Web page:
Original British Enfield 1852 Five Groove Snider Breech Loading Rifle from Nepal

Item Description

Original Item. Only One Available. Unlike the other unmarked Snider rifles we offer, IMA has found this one with an Enfield 1852 marked lock. While there is not a question that the lock plate or the entire lock was made in England it is our belief this weapon was assembled in the kingdom of Nepal in the latter 1870s and 1880s. The exceptional thing about this rifle is that the barrel, absent Brotosh proff marks, has FIVE GROOVE rifling that has crisp lands and grooves with a mirror bright shiny bore. This variation of Snider rifle from Nepal is exceptionally rare and very high quality.

At that time the Nepalese were very adept gun makers and would use whatever good gun parts were available, therefore on some of these Snider rifles it is not uncommon to find dates in the early 1850s and even the 1840s. Meaning that the locks were adapted from P-1840 muskets also known as East India Company Pattern Muskets. Other markings vary, if any are visible, most locks date in the 1850s. Here is a chance to own a very interesting part of history of which very few exist.

Offered in cleaned and complete condition, this is the best we have, and has been inspected to be in complete condition and 100% cleaned by our expert antique gunsmith.

History of the Snider rifle- Jacob Snider, an American from New York, developed this breech loading system for the P-1853 Enfield, the most prolific imported Percussion rifle in use by both the North and South during the U.S. Civil War. When the British Board of Ordnance appointed a Select Committee in 1864 the Snider system was swiftly adopted with the first breech loaders being issued in 1865 to British forces.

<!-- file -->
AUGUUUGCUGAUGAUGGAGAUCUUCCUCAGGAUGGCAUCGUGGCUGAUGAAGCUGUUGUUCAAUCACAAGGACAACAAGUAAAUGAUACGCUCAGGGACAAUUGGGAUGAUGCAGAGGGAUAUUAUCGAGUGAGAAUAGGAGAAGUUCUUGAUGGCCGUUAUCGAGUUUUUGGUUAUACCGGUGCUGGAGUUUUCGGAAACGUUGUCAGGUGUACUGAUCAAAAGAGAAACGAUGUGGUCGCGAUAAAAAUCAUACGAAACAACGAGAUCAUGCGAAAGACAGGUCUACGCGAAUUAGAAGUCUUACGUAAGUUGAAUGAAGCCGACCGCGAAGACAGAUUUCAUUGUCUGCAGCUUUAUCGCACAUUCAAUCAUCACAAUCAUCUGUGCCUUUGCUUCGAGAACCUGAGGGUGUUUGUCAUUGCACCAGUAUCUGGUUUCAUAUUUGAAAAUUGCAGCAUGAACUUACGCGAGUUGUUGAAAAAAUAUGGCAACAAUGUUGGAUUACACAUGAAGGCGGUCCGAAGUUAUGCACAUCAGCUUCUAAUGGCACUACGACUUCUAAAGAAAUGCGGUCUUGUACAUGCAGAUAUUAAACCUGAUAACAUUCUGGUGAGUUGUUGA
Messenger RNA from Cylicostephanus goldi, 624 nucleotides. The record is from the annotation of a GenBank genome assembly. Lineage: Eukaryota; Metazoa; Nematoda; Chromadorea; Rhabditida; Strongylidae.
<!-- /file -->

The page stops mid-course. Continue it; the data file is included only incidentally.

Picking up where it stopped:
Improved in 1867 by the use of Colonel Boxer's center fire brass bodied cartridge, the rifle was used very effectively in the Abyssinian Campaign of 1868. The system utilized a hinged breech block with an internal firing pin assembly that permitted the use of a self contained cartridge of lead bullet in cardboard, and, after 1867, brass casing. This highly efficient conversion system prolonged the active life of the P-1853 rifles up until 1871 when the Martini System was adopted. Snider rifles saw continued use throughout the Empire but were officially obsoleted by the late 1880s.

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